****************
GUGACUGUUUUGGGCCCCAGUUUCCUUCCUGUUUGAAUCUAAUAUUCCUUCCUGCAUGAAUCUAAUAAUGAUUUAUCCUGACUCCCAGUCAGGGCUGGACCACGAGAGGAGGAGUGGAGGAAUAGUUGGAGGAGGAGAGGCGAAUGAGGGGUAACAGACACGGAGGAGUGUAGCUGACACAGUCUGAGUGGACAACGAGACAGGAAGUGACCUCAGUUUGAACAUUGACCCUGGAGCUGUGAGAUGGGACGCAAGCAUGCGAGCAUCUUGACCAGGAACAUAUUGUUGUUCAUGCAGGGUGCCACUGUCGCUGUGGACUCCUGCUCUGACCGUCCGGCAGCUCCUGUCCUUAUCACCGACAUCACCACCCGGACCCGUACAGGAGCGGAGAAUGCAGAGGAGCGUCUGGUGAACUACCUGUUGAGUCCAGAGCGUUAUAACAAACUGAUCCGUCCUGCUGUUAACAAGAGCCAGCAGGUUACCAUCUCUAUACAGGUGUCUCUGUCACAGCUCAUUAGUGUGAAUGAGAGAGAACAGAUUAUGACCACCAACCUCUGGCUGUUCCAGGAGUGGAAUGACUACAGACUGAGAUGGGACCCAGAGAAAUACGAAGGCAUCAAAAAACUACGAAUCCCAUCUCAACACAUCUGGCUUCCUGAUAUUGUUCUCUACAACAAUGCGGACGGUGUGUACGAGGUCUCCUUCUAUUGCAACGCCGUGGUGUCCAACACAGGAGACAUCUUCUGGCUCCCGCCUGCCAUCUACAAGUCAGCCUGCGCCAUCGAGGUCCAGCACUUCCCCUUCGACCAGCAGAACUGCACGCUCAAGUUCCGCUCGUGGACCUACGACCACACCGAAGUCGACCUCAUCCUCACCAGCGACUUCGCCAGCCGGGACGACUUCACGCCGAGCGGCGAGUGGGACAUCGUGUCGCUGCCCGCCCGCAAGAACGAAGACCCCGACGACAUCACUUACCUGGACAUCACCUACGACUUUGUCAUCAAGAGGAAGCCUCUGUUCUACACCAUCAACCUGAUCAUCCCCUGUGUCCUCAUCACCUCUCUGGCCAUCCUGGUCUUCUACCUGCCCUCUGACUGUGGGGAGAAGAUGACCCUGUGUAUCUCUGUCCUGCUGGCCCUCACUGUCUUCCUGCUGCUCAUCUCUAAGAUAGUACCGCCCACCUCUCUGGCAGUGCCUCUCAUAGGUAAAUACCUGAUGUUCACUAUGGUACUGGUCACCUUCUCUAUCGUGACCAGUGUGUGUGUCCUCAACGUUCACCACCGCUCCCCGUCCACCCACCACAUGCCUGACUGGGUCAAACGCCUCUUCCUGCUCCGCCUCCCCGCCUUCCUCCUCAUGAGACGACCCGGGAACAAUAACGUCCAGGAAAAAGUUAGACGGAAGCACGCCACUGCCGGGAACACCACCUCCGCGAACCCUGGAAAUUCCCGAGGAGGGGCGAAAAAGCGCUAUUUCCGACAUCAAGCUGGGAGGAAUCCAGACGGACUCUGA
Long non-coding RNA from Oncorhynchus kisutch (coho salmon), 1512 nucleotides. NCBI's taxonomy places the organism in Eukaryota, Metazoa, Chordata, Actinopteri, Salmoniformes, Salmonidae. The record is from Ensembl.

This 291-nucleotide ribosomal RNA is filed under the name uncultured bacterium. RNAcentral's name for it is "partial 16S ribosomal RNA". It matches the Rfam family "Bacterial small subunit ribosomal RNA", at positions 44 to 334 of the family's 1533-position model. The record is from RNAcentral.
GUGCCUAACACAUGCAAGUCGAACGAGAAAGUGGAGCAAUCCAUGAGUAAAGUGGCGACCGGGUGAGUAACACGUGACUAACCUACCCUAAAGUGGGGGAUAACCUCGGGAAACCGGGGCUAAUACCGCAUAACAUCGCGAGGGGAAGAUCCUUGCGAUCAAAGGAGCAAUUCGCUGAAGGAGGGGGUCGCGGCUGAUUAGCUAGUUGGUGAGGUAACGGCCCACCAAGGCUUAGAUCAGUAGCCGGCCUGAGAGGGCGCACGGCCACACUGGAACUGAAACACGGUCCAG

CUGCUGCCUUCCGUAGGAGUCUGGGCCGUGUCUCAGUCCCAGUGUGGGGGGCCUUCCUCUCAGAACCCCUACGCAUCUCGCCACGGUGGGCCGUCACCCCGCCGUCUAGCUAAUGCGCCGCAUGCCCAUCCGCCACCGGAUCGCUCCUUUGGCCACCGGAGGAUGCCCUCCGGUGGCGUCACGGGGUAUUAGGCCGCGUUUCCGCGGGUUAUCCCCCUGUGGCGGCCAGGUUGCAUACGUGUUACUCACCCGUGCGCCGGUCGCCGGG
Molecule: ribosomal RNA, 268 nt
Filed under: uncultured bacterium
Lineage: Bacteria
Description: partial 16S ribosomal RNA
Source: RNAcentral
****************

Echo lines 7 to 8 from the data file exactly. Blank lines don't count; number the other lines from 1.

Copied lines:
Filed under: uncultured bacterium
Lineage: Bacteria